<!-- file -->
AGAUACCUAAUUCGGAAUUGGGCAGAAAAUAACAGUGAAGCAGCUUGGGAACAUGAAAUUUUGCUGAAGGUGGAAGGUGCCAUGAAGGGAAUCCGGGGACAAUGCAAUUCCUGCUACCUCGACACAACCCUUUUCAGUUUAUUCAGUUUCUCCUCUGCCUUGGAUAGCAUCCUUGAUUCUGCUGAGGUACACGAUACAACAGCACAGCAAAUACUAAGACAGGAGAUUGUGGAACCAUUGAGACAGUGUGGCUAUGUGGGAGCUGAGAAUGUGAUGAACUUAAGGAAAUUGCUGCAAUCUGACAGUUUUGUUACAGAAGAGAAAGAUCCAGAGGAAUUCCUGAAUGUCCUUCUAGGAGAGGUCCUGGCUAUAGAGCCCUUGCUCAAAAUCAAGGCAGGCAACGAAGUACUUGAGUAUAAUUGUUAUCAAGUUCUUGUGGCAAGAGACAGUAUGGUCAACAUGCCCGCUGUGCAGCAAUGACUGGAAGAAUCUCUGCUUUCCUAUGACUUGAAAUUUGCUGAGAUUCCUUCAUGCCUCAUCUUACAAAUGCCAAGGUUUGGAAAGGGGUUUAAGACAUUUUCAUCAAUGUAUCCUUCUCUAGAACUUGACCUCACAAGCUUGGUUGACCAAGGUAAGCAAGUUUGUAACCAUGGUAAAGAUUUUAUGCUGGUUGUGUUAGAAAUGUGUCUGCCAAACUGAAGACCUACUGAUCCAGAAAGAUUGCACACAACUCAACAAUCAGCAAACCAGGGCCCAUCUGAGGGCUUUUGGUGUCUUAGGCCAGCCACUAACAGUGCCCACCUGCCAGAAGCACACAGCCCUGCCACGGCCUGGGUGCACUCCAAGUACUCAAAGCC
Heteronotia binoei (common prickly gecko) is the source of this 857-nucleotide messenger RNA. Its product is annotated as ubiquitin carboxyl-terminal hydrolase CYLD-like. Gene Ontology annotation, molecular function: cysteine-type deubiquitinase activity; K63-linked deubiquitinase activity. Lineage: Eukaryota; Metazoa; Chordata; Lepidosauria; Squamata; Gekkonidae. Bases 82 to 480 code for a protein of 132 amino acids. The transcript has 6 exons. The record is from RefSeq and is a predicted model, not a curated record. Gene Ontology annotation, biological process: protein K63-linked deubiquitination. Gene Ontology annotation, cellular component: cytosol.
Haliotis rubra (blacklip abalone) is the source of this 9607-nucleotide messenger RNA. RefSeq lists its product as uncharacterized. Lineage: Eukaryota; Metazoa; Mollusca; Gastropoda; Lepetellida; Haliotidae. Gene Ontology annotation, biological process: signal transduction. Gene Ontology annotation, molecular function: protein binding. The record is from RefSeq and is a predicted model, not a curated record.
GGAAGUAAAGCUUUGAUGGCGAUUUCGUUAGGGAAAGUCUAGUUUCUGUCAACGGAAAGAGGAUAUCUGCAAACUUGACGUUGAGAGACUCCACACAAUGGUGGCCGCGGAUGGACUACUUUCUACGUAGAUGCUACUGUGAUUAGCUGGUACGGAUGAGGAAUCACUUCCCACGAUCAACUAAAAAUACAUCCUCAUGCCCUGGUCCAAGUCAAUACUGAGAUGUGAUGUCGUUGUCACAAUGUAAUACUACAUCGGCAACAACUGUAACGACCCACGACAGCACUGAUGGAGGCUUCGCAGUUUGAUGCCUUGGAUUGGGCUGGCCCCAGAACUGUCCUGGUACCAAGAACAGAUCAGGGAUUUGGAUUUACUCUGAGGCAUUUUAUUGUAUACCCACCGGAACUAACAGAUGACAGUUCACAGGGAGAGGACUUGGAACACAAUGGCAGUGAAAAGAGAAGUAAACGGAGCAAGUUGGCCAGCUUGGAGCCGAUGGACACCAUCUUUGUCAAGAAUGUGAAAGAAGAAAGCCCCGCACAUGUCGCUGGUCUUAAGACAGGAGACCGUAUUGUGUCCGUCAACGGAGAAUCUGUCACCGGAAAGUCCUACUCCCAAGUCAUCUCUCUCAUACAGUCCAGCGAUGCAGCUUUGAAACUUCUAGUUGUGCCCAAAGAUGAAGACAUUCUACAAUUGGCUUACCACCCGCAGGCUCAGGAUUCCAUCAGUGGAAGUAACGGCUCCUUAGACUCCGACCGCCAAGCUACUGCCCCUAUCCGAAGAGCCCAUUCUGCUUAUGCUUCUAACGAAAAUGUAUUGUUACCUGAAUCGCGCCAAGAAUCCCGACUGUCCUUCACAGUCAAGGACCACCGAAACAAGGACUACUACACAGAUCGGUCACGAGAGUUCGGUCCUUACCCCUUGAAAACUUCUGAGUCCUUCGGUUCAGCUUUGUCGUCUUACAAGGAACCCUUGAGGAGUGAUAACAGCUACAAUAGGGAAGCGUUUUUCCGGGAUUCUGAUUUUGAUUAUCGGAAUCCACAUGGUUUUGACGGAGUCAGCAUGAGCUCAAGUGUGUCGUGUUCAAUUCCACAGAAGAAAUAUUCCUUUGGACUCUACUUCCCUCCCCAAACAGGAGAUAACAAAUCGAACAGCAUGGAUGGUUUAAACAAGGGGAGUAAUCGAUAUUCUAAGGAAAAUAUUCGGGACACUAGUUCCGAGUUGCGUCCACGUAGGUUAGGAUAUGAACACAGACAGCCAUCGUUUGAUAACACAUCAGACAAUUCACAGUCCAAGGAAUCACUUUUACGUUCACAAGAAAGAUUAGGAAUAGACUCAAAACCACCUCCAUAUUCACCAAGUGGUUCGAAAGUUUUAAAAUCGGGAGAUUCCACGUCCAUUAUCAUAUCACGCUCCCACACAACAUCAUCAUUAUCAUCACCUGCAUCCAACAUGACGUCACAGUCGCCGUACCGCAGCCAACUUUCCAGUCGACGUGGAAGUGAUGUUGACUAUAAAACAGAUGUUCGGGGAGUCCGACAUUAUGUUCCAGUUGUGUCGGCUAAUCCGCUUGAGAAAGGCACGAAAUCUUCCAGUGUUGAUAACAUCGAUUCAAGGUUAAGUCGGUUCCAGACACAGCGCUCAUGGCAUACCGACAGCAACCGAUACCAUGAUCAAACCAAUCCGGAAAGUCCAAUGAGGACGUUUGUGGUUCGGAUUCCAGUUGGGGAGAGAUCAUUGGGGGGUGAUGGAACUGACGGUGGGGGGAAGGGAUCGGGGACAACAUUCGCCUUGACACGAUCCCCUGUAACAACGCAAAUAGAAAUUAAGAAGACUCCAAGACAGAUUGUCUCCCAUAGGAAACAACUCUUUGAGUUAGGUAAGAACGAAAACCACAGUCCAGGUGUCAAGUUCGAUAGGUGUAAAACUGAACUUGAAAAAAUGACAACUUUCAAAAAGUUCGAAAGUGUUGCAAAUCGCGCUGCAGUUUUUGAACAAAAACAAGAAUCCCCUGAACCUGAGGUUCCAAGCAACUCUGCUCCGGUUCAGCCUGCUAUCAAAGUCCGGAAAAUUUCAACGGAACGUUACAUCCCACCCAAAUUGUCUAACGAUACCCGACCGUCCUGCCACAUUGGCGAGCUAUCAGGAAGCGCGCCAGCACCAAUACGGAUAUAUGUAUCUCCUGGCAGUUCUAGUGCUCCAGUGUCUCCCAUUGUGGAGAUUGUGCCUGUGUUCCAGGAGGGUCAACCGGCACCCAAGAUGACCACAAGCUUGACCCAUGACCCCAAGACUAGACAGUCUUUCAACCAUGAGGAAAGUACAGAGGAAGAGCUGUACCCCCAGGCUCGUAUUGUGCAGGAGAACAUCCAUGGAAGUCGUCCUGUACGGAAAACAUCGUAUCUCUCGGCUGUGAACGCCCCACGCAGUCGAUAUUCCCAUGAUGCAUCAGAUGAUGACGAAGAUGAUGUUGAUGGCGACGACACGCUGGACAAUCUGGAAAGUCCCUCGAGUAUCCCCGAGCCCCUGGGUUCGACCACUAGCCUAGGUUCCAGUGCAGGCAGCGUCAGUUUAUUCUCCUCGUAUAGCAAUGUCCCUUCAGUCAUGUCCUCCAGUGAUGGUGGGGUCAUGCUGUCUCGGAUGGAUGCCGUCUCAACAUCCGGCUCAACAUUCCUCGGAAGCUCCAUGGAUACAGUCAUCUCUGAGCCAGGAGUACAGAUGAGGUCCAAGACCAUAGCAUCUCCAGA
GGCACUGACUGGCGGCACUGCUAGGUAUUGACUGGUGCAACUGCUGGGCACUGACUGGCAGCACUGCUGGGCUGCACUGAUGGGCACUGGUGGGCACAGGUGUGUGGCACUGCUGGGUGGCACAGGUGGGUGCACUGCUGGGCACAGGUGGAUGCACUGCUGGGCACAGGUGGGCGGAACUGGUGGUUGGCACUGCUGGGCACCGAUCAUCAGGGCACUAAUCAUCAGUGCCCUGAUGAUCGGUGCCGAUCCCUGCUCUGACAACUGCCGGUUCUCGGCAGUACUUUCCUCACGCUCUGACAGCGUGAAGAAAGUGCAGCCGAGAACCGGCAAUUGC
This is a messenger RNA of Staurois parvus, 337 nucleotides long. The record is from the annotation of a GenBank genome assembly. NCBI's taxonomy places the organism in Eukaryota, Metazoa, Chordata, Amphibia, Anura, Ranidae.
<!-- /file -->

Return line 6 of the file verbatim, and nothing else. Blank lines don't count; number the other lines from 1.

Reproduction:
This is a messenger RNA of Staurois parvus, 337 nucleotides long. The record is from the annotation of a GenBank genome assembly. NCBI's taxonomy places the organism in Eukaryota, Metazoa, Chordata, Amphibia, Anura, Ranidae.